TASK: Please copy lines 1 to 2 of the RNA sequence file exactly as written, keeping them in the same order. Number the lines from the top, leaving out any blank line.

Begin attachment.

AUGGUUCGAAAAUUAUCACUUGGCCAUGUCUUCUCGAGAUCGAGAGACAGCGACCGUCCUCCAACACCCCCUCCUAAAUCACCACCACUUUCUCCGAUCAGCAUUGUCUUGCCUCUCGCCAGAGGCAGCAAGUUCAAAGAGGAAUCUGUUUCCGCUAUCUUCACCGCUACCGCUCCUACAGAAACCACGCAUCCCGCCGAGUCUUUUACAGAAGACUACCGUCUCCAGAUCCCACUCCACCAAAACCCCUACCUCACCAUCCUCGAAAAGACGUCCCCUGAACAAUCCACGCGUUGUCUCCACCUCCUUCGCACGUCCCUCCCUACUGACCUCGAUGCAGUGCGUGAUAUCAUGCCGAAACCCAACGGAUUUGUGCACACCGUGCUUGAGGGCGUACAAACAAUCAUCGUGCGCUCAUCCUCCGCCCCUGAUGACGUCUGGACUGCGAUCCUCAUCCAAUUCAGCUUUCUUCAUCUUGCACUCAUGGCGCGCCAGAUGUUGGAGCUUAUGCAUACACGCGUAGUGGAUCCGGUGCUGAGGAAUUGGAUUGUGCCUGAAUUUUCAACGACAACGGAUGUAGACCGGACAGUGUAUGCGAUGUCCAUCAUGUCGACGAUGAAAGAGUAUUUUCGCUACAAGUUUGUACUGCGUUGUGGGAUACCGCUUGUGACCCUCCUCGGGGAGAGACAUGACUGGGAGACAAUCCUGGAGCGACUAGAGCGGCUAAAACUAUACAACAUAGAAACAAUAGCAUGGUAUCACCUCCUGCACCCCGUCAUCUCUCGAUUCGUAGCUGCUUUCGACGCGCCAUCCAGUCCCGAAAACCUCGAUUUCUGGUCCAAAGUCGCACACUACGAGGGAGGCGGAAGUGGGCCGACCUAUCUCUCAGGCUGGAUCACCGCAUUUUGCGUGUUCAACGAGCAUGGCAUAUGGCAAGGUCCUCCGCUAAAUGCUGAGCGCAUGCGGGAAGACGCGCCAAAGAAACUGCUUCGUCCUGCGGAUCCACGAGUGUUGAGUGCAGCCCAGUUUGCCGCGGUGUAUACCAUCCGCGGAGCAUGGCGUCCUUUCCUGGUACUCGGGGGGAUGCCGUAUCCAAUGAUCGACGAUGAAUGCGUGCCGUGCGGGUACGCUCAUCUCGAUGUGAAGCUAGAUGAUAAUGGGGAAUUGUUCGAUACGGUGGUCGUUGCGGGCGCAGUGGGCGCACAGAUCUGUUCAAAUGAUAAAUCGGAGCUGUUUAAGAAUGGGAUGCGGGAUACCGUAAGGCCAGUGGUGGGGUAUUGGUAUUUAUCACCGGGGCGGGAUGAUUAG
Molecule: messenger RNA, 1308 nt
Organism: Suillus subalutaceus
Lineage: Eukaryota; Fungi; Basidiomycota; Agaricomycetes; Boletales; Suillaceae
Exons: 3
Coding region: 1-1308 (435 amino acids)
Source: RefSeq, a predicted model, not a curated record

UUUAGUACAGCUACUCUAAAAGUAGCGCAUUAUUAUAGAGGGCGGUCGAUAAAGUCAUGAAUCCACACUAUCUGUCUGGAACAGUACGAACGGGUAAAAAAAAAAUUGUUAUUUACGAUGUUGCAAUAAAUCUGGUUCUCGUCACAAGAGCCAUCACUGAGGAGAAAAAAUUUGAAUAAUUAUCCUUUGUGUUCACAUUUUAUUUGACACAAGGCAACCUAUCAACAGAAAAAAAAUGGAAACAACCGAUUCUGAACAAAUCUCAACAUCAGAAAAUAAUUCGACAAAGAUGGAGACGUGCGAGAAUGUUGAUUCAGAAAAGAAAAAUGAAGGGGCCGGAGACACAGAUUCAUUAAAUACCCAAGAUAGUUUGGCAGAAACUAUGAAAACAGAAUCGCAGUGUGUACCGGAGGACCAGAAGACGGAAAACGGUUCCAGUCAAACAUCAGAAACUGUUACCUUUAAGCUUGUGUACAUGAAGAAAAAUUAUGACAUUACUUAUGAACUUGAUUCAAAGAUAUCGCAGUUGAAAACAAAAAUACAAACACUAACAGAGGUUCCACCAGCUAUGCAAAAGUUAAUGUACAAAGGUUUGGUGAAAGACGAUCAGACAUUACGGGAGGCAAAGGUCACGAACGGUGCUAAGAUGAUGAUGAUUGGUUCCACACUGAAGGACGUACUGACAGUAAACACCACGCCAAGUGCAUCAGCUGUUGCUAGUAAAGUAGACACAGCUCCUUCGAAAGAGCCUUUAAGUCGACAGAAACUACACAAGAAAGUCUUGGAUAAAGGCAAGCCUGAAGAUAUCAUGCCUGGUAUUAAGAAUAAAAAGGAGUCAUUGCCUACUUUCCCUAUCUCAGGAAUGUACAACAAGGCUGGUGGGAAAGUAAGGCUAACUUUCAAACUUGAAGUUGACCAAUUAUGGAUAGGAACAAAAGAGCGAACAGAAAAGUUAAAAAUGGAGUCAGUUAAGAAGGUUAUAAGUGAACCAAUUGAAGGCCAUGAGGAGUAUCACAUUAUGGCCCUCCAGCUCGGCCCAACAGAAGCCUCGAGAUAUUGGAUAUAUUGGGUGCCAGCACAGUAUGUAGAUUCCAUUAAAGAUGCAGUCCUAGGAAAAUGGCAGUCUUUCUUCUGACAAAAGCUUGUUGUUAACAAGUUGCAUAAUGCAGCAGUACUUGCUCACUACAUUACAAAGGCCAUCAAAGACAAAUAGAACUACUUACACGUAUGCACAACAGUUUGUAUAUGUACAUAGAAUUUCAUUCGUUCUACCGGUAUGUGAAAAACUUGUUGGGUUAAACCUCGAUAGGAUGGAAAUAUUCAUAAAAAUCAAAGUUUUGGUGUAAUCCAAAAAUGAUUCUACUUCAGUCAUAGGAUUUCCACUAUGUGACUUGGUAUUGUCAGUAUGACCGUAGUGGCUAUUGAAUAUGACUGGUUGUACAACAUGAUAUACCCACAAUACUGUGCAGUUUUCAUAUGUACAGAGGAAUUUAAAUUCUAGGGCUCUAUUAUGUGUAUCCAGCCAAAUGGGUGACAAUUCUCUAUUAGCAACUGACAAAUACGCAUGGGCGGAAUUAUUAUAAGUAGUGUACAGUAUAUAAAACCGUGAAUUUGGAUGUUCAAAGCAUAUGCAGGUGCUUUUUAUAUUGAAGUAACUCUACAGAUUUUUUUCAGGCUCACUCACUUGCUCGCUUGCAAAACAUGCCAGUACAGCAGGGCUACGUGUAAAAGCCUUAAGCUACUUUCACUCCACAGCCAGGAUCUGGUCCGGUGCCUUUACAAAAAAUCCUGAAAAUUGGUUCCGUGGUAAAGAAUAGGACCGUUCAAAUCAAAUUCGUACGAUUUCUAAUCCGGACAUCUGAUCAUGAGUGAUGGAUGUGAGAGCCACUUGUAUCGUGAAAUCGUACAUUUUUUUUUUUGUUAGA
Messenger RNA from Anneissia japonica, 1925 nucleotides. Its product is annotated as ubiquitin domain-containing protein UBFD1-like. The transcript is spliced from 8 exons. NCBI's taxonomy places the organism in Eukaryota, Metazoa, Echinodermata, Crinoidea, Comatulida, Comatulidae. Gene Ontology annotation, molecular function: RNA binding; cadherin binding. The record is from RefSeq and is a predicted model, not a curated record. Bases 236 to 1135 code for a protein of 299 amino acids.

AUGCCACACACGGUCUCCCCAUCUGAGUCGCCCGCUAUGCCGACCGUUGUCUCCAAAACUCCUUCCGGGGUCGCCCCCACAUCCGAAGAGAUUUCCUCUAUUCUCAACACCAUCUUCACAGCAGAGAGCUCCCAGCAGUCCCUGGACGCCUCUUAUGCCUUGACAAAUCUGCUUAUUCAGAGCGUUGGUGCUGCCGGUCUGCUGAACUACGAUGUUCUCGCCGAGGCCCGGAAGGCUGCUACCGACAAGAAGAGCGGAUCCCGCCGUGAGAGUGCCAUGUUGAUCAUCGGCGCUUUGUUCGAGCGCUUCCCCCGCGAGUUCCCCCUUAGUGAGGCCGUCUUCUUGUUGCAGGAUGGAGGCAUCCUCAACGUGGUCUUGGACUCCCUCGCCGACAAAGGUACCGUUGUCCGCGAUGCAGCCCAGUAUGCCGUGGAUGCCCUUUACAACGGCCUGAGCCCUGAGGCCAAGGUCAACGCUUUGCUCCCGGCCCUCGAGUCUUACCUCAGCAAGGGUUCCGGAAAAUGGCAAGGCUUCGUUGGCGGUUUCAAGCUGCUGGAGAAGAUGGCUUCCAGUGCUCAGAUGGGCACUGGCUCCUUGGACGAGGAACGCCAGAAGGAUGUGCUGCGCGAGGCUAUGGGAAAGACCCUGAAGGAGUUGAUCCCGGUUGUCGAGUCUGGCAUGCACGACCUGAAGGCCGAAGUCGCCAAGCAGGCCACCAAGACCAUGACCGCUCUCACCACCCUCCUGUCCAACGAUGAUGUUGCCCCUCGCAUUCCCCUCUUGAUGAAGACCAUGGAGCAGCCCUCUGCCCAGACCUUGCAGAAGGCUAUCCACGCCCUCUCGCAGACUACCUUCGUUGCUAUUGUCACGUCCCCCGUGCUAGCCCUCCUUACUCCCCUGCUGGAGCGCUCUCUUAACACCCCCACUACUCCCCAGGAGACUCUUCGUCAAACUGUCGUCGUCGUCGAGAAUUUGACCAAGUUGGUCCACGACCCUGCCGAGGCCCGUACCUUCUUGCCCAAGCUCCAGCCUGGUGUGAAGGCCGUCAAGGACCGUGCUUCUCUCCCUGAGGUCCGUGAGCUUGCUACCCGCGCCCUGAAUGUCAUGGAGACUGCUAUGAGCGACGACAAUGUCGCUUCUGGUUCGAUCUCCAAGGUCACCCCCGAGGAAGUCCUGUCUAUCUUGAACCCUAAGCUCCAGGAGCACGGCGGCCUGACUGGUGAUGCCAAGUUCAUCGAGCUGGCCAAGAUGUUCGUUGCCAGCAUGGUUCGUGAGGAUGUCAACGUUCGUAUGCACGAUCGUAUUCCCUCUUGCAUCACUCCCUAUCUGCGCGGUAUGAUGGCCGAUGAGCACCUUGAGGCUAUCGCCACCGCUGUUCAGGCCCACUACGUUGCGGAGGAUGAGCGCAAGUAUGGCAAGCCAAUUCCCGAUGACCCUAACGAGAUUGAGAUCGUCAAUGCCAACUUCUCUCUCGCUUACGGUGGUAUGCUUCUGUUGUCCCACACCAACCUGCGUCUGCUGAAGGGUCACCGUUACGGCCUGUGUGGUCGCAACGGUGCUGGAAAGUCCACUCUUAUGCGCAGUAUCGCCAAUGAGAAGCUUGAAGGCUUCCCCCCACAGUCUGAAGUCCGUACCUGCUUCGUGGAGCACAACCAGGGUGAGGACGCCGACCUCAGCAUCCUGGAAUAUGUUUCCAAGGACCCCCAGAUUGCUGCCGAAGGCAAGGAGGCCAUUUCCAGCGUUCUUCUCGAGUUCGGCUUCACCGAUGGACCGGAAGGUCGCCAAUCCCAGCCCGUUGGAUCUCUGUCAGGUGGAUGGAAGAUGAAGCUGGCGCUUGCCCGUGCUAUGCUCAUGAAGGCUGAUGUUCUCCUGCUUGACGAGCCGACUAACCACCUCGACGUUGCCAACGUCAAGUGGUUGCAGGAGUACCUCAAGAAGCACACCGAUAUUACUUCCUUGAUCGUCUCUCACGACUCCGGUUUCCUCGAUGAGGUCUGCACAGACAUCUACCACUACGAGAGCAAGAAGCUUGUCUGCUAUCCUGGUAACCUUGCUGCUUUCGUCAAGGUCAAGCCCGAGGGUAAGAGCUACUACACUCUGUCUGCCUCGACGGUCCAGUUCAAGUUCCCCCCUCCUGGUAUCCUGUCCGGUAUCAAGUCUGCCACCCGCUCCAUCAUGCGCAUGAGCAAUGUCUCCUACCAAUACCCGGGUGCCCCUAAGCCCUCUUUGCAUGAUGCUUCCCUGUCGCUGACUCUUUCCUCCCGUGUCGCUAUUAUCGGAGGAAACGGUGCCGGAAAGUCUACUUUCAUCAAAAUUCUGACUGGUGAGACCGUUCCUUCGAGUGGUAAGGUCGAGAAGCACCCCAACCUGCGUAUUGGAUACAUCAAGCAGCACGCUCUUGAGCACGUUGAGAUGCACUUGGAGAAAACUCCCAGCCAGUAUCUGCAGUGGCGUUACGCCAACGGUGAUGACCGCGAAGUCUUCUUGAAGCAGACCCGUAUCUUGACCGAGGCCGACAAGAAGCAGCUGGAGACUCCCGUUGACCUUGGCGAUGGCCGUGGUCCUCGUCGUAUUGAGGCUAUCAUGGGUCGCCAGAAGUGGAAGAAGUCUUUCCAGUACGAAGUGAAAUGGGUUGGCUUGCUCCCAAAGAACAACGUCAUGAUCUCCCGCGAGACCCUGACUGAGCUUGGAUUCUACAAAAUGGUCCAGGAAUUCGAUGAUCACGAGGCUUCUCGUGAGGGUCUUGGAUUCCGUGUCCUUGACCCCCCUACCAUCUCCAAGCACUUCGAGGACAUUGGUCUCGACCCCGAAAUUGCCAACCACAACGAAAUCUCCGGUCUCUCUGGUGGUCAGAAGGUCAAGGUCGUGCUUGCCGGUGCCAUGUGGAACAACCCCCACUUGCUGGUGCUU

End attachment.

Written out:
AUGGUUCGAAAAUUAUCACUUGGCCAUGUCUUCUCGAGAUCGAGAGACAGCGACCGUCCUCCAACACCCCCUCCUAAAUCACCACCACUUUCUCCGAUCAGCAUUGUCUUGCCUCUCGCCAGAGGCAGCAAGUUCAAAGAGGAAUCUGUUUCCGCUAUCUUCACCGCUACCGCUCCUACAGAAACCACGCAUCCCGCCGAGUCUUUUACAGAAGACUACCGUCUCCAGAUCCCACUCCACCAAAACCCCUACCUCACCAUCCUCGAAAAGACGUCCCCUGAACAAUCCACGCGUUGUCUCCACCUCCUUCGCACGUCCCUCCCUACUGACCUCGAUGCAGUGCGUGAUAUCAUGCCGAAACCCAACGGAUUUGUGCACACCGUGCUUGAGGGCGUACAAACAAUCAUCGUGCGCUCAUCCUCCGCCCCUGAUGACGUCUGGACUGCGAUCCUCAUCCAAUUCAGCUUUCUUCAUCUUGCACUCAUGGCGCGCCAGAUGUUGGAGCUUAUGCAUACACGCGUAGUGGAUCCGGUGCUGAGGAAUUGGAUUGUGCCUGAAUUUUCAACGACAACGGAUGUAGACCGGACAGUGUAUGCGAUGUCCAUCAUGUCGACGAUGAAAGAGUAUUUUCGCUACAAGUUUGUACUGCGUUGUGGGAUACCGCUUGUGACCCUCCUCGGGGAGAGACAUGACUGGGAGACAAUCCUGGAGCGACUAGAGCGGCUAAAACUAUACAACAUAGAAACAAUAGCAUGGUAUCACCUCCUGCACCCCGUCAUCUCUCGAUUCGUAGCUGCUUUCGACGCGCCAUCCAGUCCCGAAAACCUCGAUUUCUGGUCCAAAGUCGCACACUACGAGGGAGGCGGAAGUGGGCCGACCUAUCUCUCAGGCUGGAUCACCGCAUUUUGCGUGUUCAACGAGCAUGGCAUAUGGCAAGGUCCUCCGCUAAAUGCUGAGCGCAUGCGGGAAGACGCGCCAAAGAAACUGCUUCGUCCUGCGGAUCCACGAGUGUUGAGUGCAGCCCAGUUUGCCGCGGUGUAUACCAUCCGCGGAGCAUGGCGUCCUUUCCUGGUACUCGGGGGGAUGCCGUAUCCAAUGAUCGACGAUGAAUGCGUGCCGUGCGGGUACGCUCAUCUCGAUGUGAAGCUAGAUGAUAAUGGGGAAUUGUUCGAUACGGUGGUCGUUGCGGGCGCAGUGGGCGCACAGAUCUGUUCAAAUGAUAAAUCGGAGCUGUUUAAGAAUGGGAUGCGGGAUACCGUAAGGCCAGUGGUGGGGUAUUGGUAUUUAUCACCGGGGCGGGAUGAUUAG
Molecule: messenger RNA, 1308 nt